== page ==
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The Scientific World Journal
Volume 2012 (2012), Article ID 571596, 6 pages
INVO Procedure: Minimally Invasive IVF as an Alternative Treatment Option for Infertile Couples
Centro Colombiano de Fertilidad y Esterilidad (CECOLFES) S.A.S., Calle 102 No. 14A-15, 56769 Bogotá, Colombia
Received 15 October 2011; Accepted 8 December 2011
Academic Editor: João B. A. Oliveira
Copyright © 2012 Elkin Lucena et al. This is an open access article distributed under the Creative Commons Attribution License, which permits unrestricted use, distribution, and reproduction in any medium, provided the original work is properly cited.
Intravaginal culture (IVC), also called INVO (intravaginal culture of oocytes), is an assisted reproduction procedure where oocyte fertilization and early embryo development are carried out within a gas permeable air-free plastic device, placed into the maternal vaginal cavity for incubation. In the present study we assessed the outcome of the INVO procedure, using the recently designed INVOcell device, in combination with a mild ovarian stimulation protocol. A total of 125 cycles were performed. On average 6.5 oocytes per cycle were retrieved, and a mean of 4.2 were placed per INVOcell device. The cleavage rate obtained after the INVO culture was 63%. The procedure yielded 40%, 31.2%, and 24% of clinical pregnancy, live birth, and single live birth rates per cycle, respectively. Our results suggest that the INVO procedure is an effective alternative treatment option in assisted reproduction that shows comparable results to those reported for existing IVF techniques.
Conventional in vitro fertilization (IVF) is the original technique of the so-called test-tube babies and currently an established treatment for infertility. The fertilization of the oocytes with the spermatozoa is performed in the laboratory, by simulating the physiological conditions to which the gametes are exposed in vivo. Intravaginal culture (IVC), also called INVO (intravaginal culture of oocytes), is a procedure developed by Ranoux et al., 1988, proposed as a simplified alternative option to conventional IVF . In the procedure oocyte fertilization and early embryo development are carried out within a gas permeable (CO2 and O2) air-free plastic device, placed into the maternal vaginal cavity for incubation [1, 2], thus replacing the complex IVF laboratory . Few years ago, INVOcell device was specially designed to overcome the difficulties and improve the results obtained with the early prototype device, which explained the occurrence of a low diffusion of the procedure for years. This new device has been ISO 10993 tested (and mouse embryos tested) to assess toxicity and biocompatibility and has received the European Union CE mark declaration of conformity , which is equivalent to approval by the Food and Drug Administration (FDA) in the U.S.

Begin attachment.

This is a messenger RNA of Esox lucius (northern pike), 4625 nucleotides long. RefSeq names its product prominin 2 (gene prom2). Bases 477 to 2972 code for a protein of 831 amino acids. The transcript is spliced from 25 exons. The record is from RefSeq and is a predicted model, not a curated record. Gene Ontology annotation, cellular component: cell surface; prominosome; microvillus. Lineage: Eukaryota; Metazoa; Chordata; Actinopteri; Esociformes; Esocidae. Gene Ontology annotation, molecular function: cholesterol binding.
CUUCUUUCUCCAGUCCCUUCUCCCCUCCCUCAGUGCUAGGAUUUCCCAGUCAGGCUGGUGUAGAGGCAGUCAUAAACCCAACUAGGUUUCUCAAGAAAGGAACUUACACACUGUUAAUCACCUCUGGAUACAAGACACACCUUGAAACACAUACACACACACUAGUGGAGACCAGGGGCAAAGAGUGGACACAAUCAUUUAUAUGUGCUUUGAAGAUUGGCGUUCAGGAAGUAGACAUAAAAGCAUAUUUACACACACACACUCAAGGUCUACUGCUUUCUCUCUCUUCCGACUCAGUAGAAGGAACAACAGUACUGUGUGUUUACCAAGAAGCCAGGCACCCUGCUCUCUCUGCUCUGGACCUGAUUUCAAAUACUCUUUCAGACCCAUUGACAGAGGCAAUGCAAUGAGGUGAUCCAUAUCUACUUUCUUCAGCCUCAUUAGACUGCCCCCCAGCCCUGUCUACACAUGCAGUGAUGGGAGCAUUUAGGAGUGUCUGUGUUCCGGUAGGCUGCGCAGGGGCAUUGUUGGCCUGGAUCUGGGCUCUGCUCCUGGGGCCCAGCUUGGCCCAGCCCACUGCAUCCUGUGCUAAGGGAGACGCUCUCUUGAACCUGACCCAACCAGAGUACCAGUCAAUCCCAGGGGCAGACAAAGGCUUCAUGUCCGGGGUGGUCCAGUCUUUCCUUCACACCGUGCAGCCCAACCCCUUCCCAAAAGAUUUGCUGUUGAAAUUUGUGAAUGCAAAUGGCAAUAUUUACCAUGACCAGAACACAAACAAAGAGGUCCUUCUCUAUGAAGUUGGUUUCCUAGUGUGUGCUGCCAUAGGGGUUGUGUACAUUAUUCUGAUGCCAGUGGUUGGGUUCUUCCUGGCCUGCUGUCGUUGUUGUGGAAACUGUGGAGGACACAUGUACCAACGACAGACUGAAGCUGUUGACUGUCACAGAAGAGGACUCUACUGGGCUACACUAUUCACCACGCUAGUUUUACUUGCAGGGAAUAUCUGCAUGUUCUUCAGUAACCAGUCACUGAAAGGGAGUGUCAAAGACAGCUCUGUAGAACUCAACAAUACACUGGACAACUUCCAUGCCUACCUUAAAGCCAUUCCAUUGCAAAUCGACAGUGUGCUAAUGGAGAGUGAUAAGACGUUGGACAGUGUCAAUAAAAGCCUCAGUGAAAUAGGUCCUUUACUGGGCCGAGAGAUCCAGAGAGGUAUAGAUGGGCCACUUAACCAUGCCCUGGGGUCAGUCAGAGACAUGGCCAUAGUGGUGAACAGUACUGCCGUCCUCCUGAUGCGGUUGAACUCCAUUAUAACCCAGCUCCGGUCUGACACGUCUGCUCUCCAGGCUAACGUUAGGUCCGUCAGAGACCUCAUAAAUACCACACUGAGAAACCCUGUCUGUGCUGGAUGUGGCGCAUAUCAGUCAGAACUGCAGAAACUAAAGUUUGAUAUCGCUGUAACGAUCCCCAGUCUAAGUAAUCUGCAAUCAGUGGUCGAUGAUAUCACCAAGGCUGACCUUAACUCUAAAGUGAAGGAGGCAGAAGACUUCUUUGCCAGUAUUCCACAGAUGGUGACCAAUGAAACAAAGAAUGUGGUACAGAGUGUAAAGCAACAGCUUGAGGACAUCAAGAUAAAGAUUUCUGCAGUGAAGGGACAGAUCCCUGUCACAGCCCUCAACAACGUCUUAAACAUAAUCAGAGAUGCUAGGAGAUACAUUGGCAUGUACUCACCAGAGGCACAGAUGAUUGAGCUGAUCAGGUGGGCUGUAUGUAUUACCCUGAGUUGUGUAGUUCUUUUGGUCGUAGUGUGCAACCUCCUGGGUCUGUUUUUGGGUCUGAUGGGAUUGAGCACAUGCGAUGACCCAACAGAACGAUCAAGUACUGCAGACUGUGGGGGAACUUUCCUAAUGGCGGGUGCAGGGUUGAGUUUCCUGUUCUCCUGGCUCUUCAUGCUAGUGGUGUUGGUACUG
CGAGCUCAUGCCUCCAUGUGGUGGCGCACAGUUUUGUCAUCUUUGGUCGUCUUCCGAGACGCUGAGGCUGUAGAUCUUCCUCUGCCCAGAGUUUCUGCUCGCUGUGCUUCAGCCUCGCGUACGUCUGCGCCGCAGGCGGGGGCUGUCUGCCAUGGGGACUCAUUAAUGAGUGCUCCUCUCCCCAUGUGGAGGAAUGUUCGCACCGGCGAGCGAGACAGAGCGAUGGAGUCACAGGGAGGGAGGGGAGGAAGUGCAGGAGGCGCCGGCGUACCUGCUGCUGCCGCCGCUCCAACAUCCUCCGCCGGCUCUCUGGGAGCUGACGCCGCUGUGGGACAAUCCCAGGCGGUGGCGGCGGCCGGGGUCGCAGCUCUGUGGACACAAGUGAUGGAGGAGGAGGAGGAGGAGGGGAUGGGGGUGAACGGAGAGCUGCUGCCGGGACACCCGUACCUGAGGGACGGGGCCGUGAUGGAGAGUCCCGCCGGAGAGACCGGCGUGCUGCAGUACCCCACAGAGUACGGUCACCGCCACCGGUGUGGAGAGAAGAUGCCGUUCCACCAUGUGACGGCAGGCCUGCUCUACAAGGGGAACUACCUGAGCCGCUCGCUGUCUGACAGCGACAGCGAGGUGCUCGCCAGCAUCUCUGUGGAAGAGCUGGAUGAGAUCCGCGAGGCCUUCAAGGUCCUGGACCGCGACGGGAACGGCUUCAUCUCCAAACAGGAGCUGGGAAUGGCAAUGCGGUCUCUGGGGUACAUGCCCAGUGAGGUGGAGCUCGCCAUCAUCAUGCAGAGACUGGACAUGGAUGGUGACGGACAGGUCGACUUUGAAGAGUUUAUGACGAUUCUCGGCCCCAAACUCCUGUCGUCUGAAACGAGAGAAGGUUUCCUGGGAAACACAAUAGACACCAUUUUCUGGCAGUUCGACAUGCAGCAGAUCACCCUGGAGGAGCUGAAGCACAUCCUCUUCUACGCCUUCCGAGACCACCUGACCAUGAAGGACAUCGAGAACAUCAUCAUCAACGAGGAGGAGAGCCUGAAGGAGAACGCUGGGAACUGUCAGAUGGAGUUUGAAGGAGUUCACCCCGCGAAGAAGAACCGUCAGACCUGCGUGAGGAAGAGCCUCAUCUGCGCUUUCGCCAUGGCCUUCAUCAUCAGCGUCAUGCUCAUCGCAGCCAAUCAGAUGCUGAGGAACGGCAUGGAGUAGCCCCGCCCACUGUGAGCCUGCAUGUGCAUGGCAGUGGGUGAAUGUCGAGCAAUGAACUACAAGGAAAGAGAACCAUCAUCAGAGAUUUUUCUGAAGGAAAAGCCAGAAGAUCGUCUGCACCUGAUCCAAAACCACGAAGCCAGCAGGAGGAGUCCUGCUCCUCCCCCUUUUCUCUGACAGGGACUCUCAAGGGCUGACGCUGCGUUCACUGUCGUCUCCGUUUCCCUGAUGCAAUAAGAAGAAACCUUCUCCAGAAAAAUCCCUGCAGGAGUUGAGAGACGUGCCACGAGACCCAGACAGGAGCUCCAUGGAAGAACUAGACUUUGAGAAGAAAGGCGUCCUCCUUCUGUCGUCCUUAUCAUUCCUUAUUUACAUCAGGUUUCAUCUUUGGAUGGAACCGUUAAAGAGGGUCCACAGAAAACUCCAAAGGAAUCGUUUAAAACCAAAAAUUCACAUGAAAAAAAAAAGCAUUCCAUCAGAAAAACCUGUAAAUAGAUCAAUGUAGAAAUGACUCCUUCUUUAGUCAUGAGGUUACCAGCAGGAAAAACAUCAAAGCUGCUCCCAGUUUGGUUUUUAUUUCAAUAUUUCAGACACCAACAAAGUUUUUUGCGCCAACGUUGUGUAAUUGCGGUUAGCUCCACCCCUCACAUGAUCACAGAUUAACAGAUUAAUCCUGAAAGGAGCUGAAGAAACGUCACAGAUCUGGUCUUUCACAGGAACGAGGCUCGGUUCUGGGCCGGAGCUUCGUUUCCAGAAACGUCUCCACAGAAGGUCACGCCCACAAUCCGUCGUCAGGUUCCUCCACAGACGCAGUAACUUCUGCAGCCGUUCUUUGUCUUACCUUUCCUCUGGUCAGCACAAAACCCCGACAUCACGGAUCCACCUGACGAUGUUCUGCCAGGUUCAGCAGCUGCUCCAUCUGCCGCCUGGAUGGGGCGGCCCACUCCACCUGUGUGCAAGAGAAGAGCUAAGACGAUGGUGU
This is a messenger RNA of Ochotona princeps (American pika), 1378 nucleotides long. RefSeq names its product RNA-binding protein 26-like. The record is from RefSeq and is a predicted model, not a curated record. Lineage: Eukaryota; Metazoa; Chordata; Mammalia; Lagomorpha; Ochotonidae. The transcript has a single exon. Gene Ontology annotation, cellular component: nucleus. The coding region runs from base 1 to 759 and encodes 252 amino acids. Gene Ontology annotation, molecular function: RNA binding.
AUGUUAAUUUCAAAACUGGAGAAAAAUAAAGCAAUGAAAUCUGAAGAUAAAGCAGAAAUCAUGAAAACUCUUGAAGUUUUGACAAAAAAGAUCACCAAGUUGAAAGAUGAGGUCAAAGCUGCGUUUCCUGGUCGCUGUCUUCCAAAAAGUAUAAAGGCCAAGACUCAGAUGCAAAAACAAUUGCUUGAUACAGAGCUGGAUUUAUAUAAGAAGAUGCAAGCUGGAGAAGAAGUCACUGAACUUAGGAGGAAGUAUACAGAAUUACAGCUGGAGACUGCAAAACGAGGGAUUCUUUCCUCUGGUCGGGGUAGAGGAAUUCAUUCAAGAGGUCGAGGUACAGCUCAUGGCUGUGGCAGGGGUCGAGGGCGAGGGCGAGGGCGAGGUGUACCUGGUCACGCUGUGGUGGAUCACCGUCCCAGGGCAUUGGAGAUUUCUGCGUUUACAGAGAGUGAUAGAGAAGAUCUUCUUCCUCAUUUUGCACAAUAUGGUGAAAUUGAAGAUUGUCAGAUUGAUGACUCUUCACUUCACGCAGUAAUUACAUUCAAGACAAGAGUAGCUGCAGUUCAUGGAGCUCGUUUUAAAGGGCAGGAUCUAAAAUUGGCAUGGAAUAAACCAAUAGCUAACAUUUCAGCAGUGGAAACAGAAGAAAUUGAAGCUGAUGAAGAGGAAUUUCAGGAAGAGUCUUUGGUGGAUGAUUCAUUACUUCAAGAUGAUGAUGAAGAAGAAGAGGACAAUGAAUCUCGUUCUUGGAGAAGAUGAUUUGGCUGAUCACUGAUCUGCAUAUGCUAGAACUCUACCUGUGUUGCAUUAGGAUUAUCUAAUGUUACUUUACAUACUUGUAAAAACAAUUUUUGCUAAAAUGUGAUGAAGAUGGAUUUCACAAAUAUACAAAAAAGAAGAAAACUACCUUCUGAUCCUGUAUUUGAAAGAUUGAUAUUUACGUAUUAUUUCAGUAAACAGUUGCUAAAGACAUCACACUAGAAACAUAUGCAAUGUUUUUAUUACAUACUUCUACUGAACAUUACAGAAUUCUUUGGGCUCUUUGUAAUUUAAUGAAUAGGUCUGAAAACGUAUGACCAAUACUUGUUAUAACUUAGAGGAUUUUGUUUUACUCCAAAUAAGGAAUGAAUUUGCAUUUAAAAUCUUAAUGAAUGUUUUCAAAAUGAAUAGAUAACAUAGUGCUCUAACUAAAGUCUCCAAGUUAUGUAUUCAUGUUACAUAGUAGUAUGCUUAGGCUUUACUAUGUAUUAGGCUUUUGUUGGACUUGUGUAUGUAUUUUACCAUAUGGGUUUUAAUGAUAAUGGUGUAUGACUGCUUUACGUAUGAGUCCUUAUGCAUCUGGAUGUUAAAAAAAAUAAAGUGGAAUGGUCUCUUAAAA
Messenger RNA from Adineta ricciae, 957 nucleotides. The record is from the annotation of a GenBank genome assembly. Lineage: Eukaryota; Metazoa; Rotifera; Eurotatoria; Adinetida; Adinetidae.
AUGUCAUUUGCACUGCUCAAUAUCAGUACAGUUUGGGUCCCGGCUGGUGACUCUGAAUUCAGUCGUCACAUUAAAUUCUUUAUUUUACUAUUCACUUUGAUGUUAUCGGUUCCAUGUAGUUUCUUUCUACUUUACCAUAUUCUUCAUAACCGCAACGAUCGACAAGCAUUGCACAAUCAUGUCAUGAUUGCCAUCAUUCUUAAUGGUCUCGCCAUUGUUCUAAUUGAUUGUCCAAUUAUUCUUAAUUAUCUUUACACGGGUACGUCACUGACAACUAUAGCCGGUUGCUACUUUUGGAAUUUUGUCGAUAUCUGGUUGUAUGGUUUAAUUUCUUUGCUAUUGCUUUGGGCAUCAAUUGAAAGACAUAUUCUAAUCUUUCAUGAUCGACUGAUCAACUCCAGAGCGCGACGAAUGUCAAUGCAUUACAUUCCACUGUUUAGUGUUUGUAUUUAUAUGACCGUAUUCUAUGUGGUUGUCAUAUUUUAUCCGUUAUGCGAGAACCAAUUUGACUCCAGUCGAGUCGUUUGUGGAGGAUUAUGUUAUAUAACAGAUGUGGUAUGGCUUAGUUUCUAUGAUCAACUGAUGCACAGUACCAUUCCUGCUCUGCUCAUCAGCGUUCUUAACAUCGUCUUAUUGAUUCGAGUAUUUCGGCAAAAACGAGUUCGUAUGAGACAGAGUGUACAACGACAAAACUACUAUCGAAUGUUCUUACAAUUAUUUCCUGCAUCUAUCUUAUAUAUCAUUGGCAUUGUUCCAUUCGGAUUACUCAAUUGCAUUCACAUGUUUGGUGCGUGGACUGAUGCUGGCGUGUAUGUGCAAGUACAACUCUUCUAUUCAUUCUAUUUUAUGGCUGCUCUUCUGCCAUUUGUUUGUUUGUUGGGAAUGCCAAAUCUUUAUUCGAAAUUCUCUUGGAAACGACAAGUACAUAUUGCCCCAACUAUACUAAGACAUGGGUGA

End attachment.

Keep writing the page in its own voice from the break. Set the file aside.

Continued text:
INVO procedure has been used worldwide and results from cycles performed by infertility centers around the world, in countries such as France, Germany, The Netherlands, England, USA, and Japan, have been published [1, 2, 4–12]. More recently our center has pioneered the use of this procedure employing the INVOcell device within the Latin-American region  and has been leader in its recent introduction in countries such as Mexico, Guatemala, El Salvador, Nicaragua, Dominican Republic, Panama, Venezuela, Ecuador, Peru, Bolivia, and Brazil.
In this study, we employed the INVO procedure using the INVOcell device , in combination with a mild ovarian stimulation protocol, with the aim of evaluating its usefulness as an alternative treatment option for infertile couples, in terms of embryonary development, clinical pregnancy, and live birth rates.
2. Materials and Methods
2.1. Setting and Design
The present study was carried out at the Colombian Center for Fertility and Sterility (CECOLFES), Bogota, Colombia. The center is certified according to ISO 9001 version 2008, and the study was approved by the institutional ethics committee, which allowed retrospective review of the patients’ files.
2.2. Study Population
One hundred twenty (120) infertile couples with over 2 years of infertility were admitted upon giving them information and receiving their informed consent for treatment using the INVO procedure. Exclusion criteria included severe endometriosis, polycystic ovary syndrome, egg donation, and severe male factor.
From June, 2009, through May, 2011, one hundred twenty five (125) INVO cycles were performed. Population was ranked by age among four different groups to report clinical pregnancy, live birth, and single live birth rates in order to compare the outcome of the INVO procedure. Patients were distributed in groups as follows: ≤29, between 30 and 34, between 35 and 39, and ≥40 years old.